Determine where you're going, what time your leaving, what time you'll arrive at the destination (local time) Then determine what you're home time would be at the destination. Here's an example. I'm going to Paris at 2:00 PM local time from San Francisco International Airport (KSFO). The flight to Paris is 11 hours and Paris is 9 time zones or hours away (time zones start from Greenwich, England on the Prime Meridian and increase by one meridian each direction around the Earth until reaching the 180-degree meridian on the other side). If you left SFO at 2:00 and the flight is 11 hours, the time at home would be 1:00 AM (2:00 + 11 hours later). Because Paris is 9 time zones away from SFO, the local time in Paris would be 10:00 AM (2:00 + 11 hours flight time + 9 time zones crossed). If the time is 10:00 AM arriving at the airport, then it would be about 3:00 AM (if the body were at home) upon arriving at the hotel. The body at this time thinks it's well past bedtime, but the sun is in the sky. This is where jetlag comes from.

With this information, and deciding you need to be awake after arriving in Paris, you could try to sleep on the plane for as long as you can. This will help relieve some of the sleep pressure thatŐs built up after cumulative hours of wakefulness. If you can get to sleep on the plane, try using ear plugs and an eye mask to help you stay asleep. The ear plugs will keep the noise from disturbing you and the eye mask will keep the light out.

Light plays an important role in the circadian system. It has an alerting affect and can shift the circadian rhythm backward or forward. So what exactly does light do? As light enters through the eyes, it follows a path to the back of the eyeball called the retina. The retina is where sensory cells begin to process this light. From there, the light follows through a cord called the optic nerve to the brain. There's a hormone in the brain that is secreted at night in the absence of light and stops secretion with the presence of light. This hormone is called melatonin. Have you heard of it before? Lots of studies are being performed at different labs around the country. It's considered useful to help folks get to sleep (just as we would want to try to get some sleep on the plane ride over to Paris). There are some great possibilities for melatonin use, but all the research to understand and properly use the substance has not been finished. Further studies are required to properly regulate it's use. Currently there are no regulations in place to standardize it's production.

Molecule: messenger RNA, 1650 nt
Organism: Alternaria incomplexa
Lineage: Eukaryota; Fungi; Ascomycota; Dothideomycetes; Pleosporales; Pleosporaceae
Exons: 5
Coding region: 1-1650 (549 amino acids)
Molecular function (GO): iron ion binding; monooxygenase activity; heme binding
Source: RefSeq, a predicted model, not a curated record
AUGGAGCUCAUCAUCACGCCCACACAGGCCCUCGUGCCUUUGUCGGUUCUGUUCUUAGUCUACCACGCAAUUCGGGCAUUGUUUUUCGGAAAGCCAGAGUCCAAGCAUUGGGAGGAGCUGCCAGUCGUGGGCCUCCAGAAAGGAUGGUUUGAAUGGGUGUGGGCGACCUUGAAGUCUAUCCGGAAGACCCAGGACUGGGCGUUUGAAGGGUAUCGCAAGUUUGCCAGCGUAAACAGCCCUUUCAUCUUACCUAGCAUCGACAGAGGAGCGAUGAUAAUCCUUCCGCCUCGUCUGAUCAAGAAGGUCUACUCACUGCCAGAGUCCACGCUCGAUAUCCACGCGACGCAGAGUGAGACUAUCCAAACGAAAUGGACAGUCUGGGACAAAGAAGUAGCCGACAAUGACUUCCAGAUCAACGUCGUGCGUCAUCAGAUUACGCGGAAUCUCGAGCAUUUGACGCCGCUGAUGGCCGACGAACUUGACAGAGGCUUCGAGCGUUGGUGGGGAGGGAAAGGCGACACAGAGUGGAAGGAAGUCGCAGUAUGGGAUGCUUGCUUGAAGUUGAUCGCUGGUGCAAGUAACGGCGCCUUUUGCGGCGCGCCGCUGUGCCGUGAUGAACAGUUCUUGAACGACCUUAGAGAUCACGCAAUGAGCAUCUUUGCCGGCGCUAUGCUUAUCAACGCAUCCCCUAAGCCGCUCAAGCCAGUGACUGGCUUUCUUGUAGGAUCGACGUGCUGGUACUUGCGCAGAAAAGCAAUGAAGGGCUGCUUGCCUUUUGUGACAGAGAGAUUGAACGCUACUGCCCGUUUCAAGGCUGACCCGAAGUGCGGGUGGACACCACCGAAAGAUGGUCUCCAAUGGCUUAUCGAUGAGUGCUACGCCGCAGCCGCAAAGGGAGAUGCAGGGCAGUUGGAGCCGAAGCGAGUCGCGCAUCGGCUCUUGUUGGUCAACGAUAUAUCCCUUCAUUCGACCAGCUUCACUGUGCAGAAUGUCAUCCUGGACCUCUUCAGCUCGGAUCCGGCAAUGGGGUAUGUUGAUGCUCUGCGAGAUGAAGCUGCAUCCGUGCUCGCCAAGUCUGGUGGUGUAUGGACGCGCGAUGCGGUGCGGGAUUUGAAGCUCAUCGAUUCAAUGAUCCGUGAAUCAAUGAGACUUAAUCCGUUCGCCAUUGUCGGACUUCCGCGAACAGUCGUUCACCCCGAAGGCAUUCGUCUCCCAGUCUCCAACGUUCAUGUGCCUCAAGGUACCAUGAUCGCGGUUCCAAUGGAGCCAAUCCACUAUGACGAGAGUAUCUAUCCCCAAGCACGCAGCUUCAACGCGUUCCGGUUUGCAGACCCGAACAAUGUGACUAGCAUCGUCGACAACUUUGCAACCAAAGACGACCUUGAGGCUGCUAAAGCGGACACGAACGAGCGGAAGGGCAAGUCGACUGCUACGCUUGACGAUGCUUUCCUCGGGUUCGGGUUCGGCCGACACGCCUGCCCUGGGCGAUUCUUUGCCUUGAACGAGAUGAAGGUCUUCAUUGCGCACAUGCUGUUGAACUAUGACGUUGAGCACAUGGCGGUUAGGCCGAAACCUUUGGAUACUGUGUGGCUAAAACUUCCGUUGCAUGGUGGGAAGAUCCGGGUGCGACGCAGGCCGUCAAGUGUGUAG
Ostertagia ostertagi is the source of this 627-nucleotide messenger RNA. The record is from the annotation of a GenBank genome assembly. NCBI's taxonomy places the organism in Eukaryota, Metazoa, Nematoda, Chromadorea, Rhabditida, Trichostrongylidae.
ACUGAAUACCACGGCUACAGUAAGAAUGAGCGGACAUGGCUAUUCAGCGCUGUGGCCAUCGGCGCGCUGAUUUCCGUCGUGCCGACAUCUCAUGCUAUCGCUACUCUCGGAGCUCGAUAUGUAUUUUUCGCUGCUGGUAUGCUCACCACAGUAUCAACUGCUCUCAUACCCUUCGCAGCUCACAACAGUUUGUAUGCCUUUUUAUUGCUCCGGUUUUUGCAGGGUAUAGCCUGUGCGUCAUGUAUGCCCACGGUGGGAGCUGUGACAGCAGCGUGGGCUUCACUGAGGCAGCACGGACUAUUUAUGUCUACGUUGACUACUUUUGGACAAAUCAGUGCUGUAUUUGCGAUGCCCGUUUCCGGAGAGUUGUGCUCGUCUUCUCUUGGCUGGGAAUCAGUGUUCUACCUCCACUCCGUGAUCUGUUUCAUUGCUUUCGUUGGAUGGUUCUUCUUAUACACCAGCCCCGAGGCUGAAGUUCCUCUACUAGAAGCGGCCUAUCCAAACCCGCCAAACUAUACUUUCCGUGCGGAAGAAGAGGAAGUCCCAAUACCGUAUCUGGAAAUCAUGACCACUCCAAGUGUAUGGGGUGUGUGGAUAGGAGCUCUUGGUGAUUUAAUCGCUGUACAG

There are some operational things that you can do too. In our chat, I mentioned caffeine. It's a chemical that's found in many drinks and food. Depending on individual differences (everybody has a different tolerance to effects of caffeine), caffeine will take effect about 15 to 20 minutes after consumption and last about 4 hours. If there is a reason you need to be awake at a certain time, try having a coke or chocolate bar (don't forget to brush your teeth). Since caffeine has an effect for about 4 hours, make sure not to take it if you want to be asleep within this time frame. Also note that caffeine is a diuretic. This means caffeine has a tendency to accumulate fluid in the bladder which makes you need to go to the bathroom.

If you want to read more about some of these concepts, check the Q&A from the questions archive at: http://quest.arc.nasa.gov/aero/question/humanfactors/.